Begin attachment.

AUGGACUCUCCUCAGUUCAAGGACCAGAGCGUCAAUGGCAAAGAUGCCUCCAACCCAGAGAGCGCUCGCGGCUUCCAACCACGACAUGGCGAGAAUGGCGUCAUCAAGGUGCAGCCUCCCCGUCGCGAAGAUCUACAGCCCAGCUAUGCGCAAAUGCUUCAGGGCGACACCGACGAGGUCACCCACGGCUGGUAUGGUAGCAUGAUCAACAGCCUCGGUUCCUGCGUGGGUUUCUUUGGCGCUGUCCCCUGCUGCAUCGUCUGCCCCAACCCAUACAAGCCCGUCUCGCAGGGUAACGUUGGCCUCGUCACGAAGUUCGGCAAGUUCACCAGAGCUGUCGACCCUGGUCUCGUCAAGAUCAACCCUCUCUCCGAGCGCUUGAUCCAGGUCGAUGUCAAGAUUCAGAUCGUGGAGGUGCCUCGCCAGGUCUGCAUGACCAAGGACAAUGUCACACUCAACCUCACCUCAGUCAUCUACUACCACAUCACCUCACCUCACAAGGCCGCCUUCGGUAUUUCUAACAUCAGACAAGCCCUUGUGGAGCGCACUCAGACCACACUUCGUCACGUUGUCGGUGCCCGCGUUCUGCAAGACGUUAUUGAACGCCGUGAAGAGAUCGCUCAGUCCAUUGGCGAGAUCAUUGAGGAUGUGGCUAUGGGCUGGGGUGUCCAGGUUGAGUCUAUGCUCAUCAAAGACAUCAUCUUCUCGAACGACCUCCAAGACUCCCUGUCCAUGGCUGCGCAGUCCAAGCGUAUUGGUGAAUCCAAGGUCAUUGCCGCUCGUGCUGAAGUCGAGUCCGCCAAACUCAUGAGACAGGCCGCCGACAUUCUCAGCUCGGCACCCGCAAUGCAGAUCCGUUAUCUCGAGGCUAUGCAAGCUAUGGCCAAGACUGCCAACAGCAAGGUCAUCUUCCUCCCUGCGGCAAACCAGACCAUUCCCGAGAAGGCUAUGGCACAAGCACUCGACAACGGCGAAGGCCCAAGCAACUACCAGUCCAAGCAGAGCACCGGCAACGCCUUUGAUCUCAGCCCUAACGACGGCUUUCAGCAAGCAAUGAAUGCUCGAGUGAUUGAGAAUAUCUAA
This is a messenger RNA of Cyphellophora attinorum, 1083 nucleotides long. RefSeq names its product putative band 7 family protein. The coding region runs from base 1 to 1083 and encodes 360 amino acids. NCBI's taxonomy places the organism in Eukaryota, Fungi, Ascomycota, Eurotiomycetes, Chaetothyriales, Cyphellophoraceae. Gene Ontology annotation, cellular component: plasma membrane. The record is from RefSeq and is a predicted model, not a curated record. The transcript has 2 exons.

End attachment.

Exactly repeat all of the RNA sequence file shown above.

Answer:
AUGGACUCUCCUCAGUUCAAGGACCAGAGCGUCAAUGGCAAAGAUGCCUCCAACCCAGAGAGCGCUCGCGGCUUCCAACCACGACAUGGCGAGAAUGGCGUCAUCAAGGUGCAGCCUCCCCGUCGCGAAGAUCUACAGCCCAGCUAUGCGCAAAUGCUUCAGGGCGACACCGACGAGGUCACCCACGGCUGGUAUGGUAGCAUGAUCAACAGCCUCGGUUCCUGCGUGGGUUUCUUUGGCGCUGUCCCCUGCUGCAUCGUCUGCCCCAACCCAUACAAGCCCGUCUCGCAGGGUAACGUUGGCCUCGUCACGAAGUUCGGCAAGUUCACCAGAGCUGUCGACCCUGGUCUCGUCAAGAUCAACCCUCUCUCCGAGCGCUUGAUCCAGGUCGAUGUCAAGAUUCAGAUCGUGGAGGUGCCUCGCCAGGUCUGCAUGACCAAGGACAAUGUCACACUCAACCUCACCUCAGUCAUCUACUACCACAUCACCUCACCUCACAAGGCCGCCUUCGGUAUUUCUAACAUCAGACAAGCCCUUGUGGAGCGCACUCAGACCACACUUCGUCACGUUGUCGGUGCCCGCGUUCUGCAAGACGUUAUUGAACGCCGUGAAGAGAUCGCUCAGUCCAUUGGCGAGAUCAUUGAGGAUGUGGCUAUGGGCUGGGGUGUCCAGGUUGAGUCUAUGCUCAUCAAAGACAUCAUCUUCUCGAACGACCUCCAAGACUCCCUGUCCAUGGCUGCGCAGUCCAAGCGUAUUGGUGAAUCCAAGGUCAUUGCCGCUCGUGCUGAAGUCGAGUCCGCCAAACUCAUGAGACAGGCCGCCGACAUUCUCAGCUCGGCACCCGCAAUGCAGAUCCGUUAUCUCGAGGCUAUGCAAGCUAUGGCCAAGACUGCCAACAGCAAGGUCAUCUUCCUCCCUGCGGCAAACCAGACCAUUCCCGAGAAGGCUAUGGCACAAGCACUCGACAACGGCGAAGGCCCAAGCAACUACCAGUCCAAGCAGAGCACCGGCAACGCCUUUGAUCUCAGCCCUAACGACGGCUUUCAGCAAGCAAUGAAUGCUCGAGUGAUUGAGAAUAUCUAA
This is a messenger RNA of Cyphellophora attinorum, 1083 nucleotides long. RefSeq names its product putative band 7 family protein. The coding region runs from base 1 to 1083 and encodes 360 amino acids. NCBI's taxonomy places the organism in Eukaryota, Fungi, Ascomycota, Eurotiomycetes, Chaetothyriales, Cyphellophoraceae. Gene Ontology annotation, cellular component: plasma membrane. The record is from RefSeq and is a predicted model, not a curated record. The transcript has 2 exons.